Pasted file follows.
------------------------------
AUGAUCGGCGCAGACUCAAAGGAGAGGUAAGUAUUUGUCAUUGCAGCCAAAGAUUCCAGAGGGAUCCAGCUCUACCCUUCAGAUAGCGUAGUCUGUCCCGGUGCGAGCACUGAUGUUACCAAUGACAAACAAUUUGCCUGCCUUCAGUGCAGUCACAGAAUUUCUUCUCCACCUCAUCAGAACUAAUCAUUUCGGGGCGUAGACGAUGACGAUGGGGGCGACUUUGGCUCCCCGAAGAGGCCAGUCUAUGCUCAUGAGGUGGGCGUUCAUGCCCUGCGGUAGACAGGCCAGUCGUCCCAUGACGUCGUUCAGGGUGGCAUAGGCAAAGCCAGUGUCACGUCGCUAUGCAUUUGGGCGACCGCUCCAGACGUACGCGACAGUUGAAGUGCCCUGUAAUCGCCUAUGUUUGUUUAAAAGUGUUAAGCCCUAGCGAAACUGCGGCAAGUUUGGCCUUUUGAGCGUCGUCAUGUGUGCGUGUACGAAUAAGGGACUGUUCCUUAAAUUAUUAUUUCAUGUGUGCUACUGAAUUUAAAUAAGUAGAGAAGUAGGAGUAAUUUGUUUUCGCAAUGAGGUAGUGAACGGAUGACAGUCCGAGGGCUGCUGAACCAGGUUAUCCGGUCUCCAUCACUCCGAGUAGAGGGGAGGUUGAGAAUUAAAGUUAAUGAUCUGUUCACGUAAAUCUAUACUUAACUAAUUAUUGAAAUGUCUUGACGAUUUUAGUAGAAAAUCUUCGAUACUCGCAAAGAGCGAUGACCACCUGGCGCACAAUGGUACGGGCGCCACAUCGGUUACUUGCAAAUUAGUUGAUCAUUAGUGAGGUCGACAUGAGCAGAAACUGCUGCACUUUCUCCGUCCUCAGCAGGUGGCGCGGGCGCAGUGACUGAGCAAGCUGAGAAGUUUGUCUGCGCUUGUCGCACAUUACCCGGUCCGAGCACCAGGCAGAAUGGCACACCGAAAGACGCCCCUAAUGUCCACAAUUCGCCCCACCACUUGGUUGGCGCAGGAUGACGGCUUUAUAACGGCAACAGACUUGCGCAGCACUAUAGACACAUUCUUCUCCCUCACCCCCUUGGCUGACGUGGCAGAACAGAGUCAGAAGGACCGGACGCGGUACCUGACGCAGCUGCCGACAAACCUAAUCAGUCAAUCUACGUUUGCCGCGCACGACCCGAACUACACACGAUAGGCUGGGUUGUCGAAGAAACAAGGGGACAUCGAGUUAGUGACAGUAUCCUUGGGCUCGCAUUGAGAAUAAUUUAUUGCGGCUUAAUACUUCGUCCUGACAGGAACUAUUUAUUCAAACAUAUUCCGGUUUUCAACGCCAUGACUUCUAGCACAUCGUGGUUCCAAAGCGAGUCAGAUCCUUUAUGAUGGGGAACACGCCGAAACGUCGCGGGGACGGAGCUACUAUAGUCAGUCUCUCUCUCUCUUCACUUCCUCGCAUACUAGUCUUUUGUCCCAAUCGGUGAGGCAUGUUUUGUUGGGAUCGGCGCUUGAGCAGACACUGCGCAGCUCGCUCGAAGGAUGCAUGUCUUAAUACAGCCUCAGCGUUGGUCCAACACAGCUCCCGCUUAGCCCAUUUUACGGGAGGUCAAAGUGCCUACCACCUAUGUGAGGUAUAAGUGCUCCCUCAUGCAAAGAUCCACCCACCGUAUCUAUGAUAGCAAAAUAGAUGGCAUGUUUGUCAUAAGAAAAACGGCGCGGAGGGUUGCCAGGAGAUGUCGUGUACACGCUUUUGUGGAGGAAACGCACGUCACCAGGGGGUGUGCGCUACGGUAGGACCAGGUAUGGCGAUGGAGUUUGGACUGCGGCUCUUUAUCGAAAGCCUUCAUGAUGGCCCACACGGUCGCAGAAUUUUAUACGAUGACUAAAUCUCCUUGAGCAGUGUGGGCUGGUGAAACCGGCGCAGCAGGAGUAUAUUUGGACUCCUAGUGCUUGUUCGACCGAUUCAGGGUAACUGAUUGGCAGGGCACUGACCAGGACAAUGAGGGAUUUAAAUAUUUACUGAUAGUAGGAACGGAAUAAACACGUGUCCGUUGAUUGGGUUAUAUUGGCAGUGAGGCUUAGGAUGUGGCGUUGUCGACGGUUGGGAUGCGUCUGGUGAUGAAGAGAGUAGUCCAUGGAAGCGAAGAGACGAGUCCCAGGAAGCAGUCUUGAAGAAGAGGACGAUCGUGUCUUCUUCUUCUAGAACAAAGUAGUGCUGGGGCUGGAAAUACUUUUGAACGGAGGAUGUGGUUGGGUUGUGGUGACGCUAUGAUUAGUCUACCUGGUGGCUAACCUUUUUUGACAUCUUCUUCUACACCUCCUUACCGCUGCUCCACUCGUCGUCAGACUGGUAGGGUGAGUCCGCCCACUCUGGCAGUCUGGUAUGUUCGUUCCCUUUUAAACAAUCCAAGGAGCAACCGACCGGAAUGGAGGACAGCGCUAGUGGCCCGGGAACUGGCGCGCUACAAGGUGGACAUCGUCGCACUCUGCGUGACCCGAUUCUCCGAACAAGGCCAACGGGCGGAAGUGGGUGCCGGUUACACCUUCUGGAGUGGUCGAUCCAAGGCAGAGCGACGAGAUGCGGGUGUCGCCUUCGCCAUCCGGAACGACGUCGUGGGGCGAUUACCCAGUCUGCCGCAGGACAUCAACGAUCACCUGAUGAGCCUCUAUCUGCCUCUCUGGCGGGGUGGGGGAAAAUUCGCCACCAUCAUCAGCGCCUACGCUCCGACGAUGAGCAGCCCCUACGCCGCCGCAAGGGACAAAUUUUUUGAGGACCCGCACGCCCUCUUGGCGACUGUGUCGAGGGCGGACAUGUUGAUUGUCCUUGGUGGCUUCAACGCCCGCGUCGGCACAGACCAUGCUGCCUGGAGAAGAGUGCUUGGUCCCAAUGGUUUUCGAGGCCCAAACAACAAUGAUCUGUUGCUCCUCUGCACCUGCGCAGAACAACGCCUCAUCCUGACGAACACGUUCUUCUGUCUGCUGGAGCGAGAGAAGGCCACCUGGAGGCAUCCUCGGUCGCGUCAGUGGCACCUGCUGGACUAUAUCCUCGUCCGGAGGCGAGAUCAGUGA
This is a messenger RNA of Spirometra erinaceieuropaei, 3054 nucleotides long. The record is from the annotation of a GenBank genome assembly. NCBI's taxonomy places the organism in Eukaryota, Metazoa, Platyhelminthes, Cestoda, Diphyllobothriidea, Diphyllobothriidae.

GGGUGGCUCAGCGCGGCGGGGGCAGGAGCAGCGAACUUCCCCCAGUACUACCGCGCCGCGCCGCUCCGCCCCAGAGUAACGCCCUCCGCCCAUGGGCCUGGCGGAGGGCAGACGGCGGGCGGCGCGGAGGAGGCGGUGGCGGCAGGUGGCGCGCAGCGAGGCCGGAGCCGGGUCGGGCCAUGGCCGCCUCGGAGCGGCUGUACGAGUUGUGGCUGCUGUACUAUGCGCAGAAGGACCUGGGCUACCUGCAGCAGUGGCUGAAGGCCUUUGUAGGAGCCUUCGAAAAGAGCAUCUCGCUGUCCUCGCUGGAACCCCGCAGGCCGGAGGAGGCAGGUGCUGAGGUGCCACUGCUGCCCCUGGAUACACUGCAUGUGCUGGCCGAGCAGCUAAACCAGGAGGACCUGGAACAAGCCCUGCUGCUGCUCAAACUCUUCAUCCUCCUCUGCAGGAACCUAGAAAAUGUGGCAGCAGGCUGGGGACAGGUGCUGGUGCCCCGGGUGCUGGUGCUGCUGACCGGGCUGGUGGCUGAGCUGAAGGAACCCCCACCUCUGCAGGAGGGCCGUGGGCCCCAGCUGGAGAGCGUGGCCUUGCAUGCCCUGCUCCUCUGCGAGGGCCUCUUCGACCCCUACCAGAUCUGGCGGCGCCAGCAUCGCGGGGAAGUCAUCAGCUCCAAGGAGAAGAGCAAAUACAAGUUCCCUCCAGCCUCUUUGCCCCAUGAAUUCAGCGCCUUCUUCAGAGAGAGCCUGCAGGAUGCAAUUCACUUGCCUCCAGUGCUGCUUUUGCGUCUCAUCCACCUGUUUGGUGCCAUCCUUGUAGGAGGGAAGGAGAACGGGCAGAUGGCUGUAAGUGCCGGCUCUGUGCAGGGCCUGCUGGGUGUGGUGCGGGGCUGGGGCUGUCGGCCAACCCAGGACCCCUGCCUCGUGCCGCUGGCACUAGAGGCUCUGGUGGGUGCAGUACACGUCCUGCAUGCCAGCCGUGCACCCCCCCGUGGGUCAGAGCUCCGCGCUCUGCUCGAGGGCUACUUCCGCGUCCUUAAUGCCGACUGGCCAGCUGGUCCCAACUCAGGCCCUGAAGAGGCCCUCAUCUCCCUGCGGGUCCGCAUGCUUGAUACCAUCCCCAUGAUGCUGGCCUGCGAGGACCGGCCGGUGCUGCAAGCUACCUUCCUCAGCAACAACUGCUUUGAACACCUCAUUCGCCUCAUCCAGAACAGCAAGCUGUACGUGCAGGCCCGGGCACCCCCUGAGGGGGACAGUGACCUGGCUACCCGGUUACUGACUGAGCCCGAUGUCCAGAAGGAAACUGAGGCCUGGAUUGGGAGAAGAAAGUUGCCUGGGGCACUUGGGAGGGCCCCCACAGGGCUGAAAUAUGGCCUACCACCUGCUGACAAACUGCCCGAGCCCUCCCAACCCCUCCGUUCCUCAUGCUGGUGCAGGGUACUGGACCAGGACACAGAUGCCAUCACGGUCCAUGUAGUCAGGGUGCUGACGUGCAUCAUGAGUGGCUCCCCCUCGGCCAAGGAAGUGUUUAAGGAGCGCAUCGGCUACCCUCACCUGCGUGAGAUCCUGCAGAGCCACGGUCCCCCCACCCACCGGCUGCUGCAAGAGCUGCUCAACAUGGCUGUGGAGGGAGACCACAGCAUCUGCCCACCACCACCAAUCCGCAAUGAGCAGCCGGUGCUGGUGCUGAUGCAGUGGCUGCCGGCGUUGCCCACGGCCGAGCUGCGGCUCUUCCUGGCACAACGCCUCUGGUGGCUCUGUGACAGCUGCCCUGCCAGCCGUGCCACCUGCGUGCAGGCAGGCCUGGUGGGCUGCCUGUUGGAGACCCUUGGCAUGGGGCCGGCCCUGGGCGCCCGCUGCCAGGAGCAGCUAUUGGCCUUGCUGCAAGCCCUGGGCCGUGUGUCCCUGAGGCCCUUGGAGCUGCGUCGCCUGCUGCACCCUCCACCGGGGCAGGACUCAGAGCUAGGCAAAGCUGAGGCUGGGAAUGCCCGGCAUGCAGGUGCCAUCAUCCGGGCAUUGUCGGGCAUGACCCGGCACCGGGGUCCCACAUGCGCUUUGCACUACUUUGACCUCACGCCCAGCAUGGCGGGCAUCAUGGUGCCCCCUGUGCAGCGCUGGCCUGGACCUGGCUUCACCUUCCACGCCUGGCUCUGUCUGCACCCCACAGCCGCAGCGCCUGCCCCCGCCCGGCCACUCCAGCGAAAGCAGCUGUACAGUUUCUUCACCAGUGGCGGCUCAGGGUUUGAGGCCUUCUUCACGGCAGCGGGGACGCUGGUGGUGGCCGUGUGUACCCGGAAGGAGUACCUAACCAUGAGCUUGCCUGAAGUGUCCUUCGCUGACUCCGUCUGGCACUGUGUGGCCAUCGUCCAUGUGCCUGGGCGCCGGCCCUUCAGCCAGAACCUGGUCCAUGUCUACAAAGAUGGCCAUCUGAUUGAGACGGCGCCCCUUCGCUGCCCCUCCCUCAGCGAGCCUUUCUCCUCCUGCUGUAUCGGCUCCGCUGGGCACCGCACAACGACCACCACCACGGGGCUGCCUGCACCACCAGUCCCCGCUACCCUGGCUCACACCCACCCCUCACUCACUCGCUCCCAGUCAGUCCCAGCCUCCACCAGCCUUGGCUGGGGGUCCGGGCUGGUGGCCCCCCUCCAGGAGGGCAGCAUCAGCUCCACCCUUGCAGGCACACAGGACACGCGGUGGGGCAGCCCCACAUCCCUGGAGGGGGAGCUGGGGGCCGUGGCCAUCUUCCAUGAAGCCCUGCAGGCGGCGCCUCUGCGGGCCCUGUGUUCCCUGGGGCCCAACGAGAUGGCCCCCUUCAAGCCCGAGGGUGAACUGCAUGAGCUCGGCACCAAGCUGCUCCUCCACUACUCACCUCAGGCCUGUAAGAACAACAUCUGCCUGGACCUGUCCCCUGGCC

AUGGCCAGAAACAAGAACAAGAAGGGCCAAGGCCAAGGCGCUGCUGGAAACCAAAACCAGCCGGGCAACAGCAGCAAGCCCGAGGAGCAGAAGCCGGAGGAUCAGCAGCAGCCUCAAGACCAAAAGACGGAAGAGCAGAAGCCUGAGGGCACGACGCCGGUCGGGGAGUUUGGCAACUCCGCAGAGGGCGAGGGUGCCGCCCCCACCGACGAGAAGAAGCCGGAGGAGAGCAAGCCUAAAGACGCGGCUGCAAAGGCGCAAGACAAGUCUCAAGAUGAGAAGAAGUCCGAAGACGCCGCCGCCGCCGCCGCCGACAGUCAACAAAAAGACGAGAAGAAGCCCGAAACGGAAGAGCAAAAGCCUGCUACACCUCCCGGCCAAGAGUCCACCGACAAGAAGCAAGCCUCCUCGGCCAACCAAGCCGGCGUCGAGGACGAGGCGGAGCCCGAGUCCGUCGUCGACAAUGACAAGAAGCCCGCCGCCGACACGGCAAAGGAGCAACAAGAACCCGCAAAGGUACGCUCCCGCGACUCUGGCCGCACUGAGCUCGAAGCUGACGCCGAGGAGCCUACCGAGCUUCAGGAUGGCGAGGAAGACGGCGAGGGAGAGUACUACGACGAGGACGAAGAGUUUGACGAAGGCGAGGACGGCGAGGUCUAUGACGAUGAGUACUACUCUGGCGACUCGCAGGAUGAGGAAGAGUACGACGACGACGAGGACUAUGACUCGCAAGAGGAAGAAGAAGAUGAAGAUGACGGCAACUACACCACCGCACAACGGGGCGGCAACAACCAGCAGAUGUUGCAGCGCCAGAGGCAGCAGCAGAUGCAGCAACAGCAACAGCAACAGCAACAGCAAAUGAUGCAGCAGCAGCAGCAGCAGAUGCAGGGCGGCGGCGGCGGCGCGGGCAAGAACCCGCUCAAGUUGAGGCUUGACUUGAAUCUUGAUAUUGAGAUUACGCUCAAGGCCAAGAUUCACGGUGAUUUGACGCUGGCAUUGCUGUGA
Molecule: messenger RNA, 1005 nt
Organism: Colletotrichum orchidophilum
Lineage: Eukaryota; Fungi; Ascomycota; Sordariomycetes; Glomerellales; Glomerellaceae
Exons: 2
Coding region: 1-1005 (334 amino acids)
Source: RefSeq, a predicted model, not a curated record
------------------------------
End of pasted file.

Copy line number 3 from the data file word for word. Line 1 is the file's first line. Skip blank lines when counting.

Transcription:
GGGUGGCUCAGCGCGGCGGGGGCAGGAGCAGCGAACUUCCCCCAGUACUACCGCGCCGCGCCGCUCCGCCCCAGAGUAACGCCCUCCGCCCAUGGGCCUGGCGGAGGGCAGACGGCGGGCGGCGCGGAGGAGGCGGUGGCGGCAGGUGGCGCGCAGCGAGGCCGGAGCCGGGUCGGGCCAUGGCCGCCUCGGAGCGGCUGUACGAGUUGUGGCUGCUGUACUAUGCGCAGAAGGACCUGGGCUACCUGCAGCAGUGGCUGAAGGCCUUUGUAGGAGCCUUCGAAAAGAGCAUCUCGCUGUCCUCGCUGGAACCCCGCAGGCCGGAGGAGGCAGGUGCUGAGGUGCCACUGCUGCCCCUGGAUACACUGCAUGUGCUGGCCGAGCAGCUAAACCAGGAGGACCUGGAACAAGCCCUGCUGCUGCUCAAACUCUUCAUCCUCCUCUGCAGGAACCUAGAAAAUGUGGCAGCAGGCUGGGGACAGGUGCUGGUGCCCCGGGUGCUGGUGCUGCUGACCGGGCUGGUGGCUGAGCUGAAGGAACCCCCACCUCUGCAGGAGGGCCGUGGGCCCCAGCUGGAGAGCGUGGCCUUGCAUGCCCUGCUCCUCUGCGAGGGCCUCUUCGACCCCUACCAGAUCUGGCGGCGCCAGCAUCGCGGGGAAGUCAUCAGCUCCAAGGAGAAGAGCAAAUACAAGUUCCCUCCAGCCUCUUUGCCCCAUGAAUUCAGCGCCUUCUUCAGAGAGAGCCUGCAGGAUGCAAUUCACUUGCCUCCAGUGCUGCUUUUGCGUCUCAUCCACCUGUUUGGUGCCAUCCUUGUAGGAGGGAAGGAGAACGGGCAGAUGGCUGUAAGUGCCGGCUCUGUGCAGGGCCUGCUGGGUGUGGUGCGGGGCUGGGGCUGUCGGCCAACCCAGGACCCCUGCCUCGUGCCGCUGGCACUAGAGGCUCUGGUGGGUGCAGUACACGUCCUGCAUGCCAGCCGUGCACCCCCCCGUGGGUCAGAGCUCCGCGCUCUGCUCGAGGGCUACUUCCGCGUCCUUAAUGCCGACUGGCCAGCUGGUCCCAACUCAGGCCCUGAAGAGGCCCUCAUCUCCCUGCGGGUCCGCAUGCUUGAUACCAUCCCCAUGAUGCUGGCCUGCGAGGACCGGCCGGUGCUGCAAGCUACCUUCCUCAGCAACAACUGCUUUGAACACCUCAUUCGCCUCAUCCAGAACAGCAAGCUGUACGUGCAGGCCCGGGCACCCCCUGAGGGGGACAGUGACCUGGCUACCCGGUUACUGACUGAGCCCGAUGUCCAGAAGGAAACUGAGGCCUGGAUUGGGAGAAGAAAGUUGCCUGGGGCACUUGGGAGGGCCCCCACAGGGCUGAAAUAUGGCCUACCACCUGCUGACAAACUGCCCGAGCCCUCCCAACCCCUCCGUUCCUCAUGCUGGUGCAGGGUACUGGACCAGGACACAGAUGCCAUCACGGUCCAUGUAGUCAGGGUGCUGACGUGCAUCAUGAGUGGCUCCCCCUCGGCCAAGGAAGUGUUUAAGGAGCGCAUCGGCUACCCUCACCUGCGUGAGAUCCUGCAGAGCCACGGUCCCCCCACCCACCGGCUGCUGCAAGAGCUGCUCAACAUGGCUGUGGAGGGAGACCACAGCAUCUGCCCACCACCACCAAUCCGCAAUGAGCAGCCGGUGCUGGUGCUGAUGCAGUGGCUGCCGGCGUUGCCCACGGCCGAGCUGCGGCUCUUCCUGGCACAACGCCUCUGGUGGCUCUGUGACAGCUGCCCUGCCAGCCGUGCCACCUGCGUGCAGGCAGGCCUGGUGGGCUGCCUGUUGGAGACCCUUGGCAUGGGGCCGGCCCUGGGCGCCCGCUGCCAGGAGCAGCUAUUGGCCUUGCUGCAAGCCCUGGGCCGUGUGUCCCUGAGGCCCUUGGAGCUGCGUCGCCUGCUGCACCCUCCACCGGGGCAGGACUCAGAGCUAGGCAAAGCUGAGGCUGGGAAUGCCCGGCAUGCAGGUGCCAUCAUCCGGGCAUUGUCGGGCAUGACCCGGCACCGGGGUCCCACAUGCGCUUUGCACUACUUUGACCUCACGCCCAGCAUGGCGGGCAUCAUGGUGCCCCCUGUGCAGCGCUGGCCUGGACCUGGCUUCACCUUCCACGCCUGGCUCUGUCUGCACCCCACAGCCGCAGCGCCUGCCCCCGCCCGGCCACUCCAGCGAAAGCAGCUGUACAGUUUCUUCACCAGUGGCGGCUCAGGGUUUGAGGCCUUCUUCACGGCAGCGGGGACGCUGGUGGUGGCCGUGUGUACCCGGAAGGAGUACCUAACCAUGAGCUUGCCUGAAGUGUCCUUCGCUGACUCCGUCUGGCACUGUGUGGCCAUCGUCCAUGUGCCUGGGCGCCGGCCCUUCAGCCAGAACCUGGUCCAUGUCUACAAAGAUGGCCAUCUGAUUGAGACGGCGCCCCUUCGCUGCCCCUCCCUCAGCGAGCCUUUCUCCUCCUGCUGUAUCGGCUCCGCUGGGCACCGCACAACGACCACCACCACGGGGCUGCCUGCACCACCAGUCCCCGCUACCCUGGCUCACACCCACCCCUCACUCACUCGCUCCCAGUCAGUCCCAGCCUCCACCAGCCUUGGCUGGGGGUCCGGGCUGGUGGCCCCCCUCCAGGAGGGCAGCAUCAGCUCCACCCUUGCAGGCACACAGGACACGCGGUGGGGCAGCCCCACAUCCCUGGAGGGGGAGCUGGGGGCCGUGGCCAUCUUCCAUGAAGCCCUGCAGGCGGCGCCUCUGCGGGCCCUGUGUUCCCUGGGGCCCAACGAGAUGGCCCCCUUCAAGCCCGAGGGUGAACUGCAUGAGCUCGGCACCAAGCUGCUCCUCCACUACUCACCUCAGGCCUGUAAGAACAACAUCUGCCUGGACCUGUCCCCUGGCC